Taking his hands
Stuart wore a white half sleeve plaid shirt and khaki chinos. He wore a watch with a stripe-colored band on one wrist and a tennis wristband on the other. He had an I-shaped beard from the bottom lip to the chiseled chin, and his dimples showed even with a half-smile. “I feel shy now,” he said after our introduction. We exchanged a few words before he went back to his team.
The first group on the dance floor was the immaculately dressed young ones from the London office. I stood at the bar watching them when the corner of my eyes caught sight of the sly Mr. Aoyama. His cunning eyes glistened like his bald forehead, and his mouth was in lopsided sneer under his charlatan beard. He grabbed the elbow of the saggy-faced in-house lawyer and brought him to me, pushing his back lightly. As I turned and said, hey, I saw Mr. Aoyama turn his back and walk away, his shoulders jiggling with joy. I knew what he was doing, but there was no harm in chatting with the lawyer over a beer. So I half-heartedly engaged in a conversation while still facing the dance floor.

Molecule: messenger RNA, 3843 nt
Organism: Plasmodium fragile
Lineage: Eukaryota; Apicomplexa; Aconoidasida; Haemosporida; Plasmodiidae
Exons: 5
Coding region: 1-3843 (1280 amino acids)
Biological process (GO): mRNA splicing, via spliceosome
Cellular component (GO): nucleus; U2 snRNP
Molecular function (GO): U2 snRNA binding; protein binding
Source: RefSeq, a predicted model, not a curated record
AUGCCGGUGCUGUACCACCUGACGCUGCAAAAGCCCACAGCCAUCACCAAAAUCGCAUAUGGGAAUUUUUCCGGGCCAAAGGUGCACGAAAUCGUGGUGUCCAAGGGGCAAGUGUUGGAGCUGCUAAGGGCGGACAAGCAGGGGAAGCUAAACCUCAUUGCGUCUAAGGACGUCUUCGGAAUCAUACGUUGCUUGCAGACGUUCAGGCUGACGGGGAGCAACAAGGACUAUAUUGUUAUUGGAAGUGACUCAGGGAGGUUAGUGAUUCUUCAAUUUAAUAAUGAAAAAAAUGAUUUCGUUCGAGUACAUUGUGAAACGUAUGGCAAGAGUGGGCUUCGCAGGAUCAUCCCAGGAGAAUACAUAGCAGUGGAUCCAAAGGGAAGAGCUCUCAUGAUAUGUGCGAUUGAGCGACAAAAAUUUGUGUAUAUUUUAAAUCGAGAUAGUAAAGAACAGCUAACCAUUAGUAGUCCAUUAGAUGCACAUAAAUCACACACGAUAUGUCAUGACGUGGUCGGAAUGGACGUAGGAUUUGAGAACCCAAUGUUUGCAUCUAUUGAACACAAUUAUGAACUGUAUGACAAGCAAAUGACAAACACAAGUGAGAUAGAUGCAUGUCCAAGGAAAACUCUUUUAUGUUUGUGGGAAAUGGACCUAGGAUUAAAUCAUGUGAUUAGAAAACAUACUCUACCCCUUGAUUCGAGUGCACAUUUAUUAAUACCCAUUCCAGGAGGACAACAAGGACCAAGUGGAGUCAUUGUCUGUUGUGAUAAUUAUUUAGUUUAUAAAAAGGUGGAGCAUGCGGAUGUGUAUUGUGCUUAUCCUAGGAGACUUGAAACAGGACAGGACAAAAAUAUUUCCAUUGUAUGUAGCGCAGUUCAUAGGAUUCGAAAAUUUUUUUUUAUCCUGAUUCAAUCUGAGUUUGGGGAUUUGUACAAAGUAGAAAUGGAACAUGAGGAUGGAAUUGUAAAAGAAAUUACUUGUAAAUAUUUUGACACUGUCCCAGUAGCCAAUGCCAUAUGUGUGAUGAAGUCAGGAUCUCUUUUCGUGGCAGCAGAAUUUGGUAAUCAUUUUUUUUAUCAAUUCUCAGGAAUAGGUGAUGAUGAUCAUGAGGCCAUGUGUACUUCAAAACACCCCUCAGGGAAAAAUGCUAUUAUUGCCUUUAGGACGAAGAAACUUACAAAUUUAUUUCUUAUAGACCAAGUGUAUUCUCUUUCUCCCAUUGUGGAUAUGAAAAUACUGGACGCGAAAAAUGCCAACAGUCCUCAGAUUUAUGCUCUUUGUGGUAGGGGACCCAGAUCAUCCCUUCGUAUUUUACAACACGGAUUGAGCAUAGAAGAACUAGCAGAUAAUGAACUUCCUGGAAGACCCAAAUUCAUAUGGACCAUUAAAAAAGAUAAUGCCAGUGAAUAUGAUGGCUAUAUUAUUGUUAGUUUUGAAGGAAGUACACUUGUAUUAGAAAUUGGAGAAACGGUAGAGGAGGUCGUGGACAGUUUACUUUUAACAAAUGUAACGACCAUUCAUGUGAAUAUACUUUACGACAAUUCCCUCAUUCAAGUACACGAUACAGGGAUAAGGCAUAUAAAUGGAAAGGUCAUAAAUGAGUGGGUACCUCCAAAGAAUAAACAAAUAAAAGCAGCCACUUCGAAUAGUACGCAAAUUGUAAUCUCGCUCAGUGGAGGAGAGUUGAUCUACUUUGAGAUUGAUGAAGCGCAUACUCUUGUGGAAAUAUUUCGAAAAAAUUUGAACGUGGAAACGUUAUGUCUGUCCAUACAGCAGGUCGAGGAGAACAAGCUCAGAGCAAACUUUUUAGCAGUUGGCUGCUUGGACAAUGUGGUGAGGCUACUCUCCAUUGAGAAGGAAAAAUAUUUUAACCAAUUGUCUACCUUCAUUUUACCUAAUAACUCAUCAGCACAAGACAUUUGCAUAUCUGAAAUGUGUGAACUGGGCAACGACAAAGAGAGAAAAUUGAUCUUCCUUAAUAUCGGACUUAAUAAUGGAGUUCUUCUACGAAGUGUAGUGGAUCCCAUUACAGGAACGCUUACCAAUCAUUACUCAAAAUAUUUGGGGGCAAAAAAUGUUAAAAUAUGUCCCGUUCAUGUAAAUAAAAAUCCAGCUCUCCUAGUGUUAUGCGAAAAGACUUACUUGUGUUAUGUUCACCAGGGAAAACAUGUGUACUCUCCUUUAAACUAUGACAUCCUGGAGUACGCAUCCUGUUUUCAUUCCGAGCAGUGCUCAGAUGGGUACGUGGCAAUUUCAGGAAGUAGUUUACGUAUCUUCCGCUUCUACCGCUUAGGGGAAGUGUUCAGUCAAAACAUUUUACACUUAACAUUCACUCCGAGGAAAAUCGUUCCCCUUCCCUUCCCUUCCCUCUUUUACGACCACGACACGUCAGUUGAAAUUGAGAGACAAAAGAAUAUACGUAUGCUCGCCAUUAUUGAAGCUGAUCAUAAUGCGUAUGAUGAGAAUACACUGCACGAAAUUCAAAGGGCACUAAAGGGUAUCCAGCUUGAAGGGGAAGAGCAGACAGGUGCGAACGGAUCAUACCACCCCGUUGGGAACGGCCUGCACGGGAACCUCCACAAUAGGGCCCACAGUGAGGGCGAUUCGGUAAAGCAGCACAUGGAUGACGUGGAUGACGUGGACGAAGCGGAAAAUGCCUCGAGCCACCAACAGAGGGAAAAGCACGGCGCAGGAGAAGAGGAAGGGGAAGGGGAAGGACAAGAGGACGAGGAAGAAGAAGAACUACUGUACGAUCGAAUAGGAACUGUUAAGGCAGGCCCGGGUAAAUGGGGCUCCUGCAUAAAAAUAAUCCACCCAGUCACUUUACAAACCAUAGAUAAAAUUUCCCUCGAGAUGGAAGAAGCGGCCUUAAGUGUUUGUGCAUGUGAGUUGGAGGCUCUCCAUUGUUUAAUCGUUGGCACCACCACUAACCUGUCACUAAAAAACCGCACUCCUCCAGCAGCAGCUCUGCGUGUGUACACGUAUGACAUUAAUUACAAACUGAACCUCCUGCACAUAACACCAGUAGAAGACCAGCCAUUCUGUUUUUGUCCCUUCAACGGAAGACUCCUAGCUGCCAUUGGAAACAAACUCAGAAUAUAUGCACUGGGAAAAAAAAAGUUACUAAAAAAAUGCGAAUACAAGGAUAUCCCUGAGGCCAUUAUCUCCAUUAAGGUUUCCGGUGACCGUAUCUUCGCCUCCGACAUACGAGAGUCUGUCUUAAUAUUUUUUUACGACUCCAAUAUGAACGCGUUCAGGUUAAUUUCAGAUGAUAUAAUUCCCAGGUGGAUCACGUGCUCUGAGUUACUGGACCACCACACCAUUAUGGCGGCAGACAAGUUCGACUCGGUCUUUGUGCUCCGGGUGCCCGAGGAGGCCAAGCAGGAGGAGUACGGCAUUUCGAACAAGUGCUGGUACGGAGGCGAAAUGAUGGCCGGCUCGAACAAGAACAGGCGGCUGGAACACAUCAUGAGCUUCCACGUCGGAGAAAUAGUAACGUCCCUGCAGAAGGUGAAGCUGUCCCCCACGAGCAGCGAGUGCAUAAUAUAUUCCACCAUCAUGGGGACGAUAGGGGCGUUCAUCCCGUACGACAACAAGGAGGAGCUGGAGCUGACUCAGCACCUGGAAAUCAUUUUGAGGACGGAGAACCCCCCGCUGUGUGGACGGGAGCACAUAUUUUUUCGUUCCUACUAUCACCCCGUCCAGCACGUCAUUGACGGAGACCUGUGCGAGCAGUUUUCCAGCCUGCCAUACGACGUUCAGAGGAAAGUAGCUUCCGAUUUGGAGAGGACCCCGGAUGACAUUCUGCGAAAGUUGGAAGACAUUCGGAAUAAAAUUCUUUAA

Alcohol sufficiently relaxed me to catch the rhythm. I was enjoying the moment of the shift from self-conscious to carefree, but the mood accelerated when Stuart came down from the dance floor and reached out his hands. When I took them, it felt like a familiar and comfortable place, like the shapes of yin and yan. Together, we joined the rest of his colleagues, and I danced away. I was light and playful at the center of the dance floor as Stuart looked at me admiringly.
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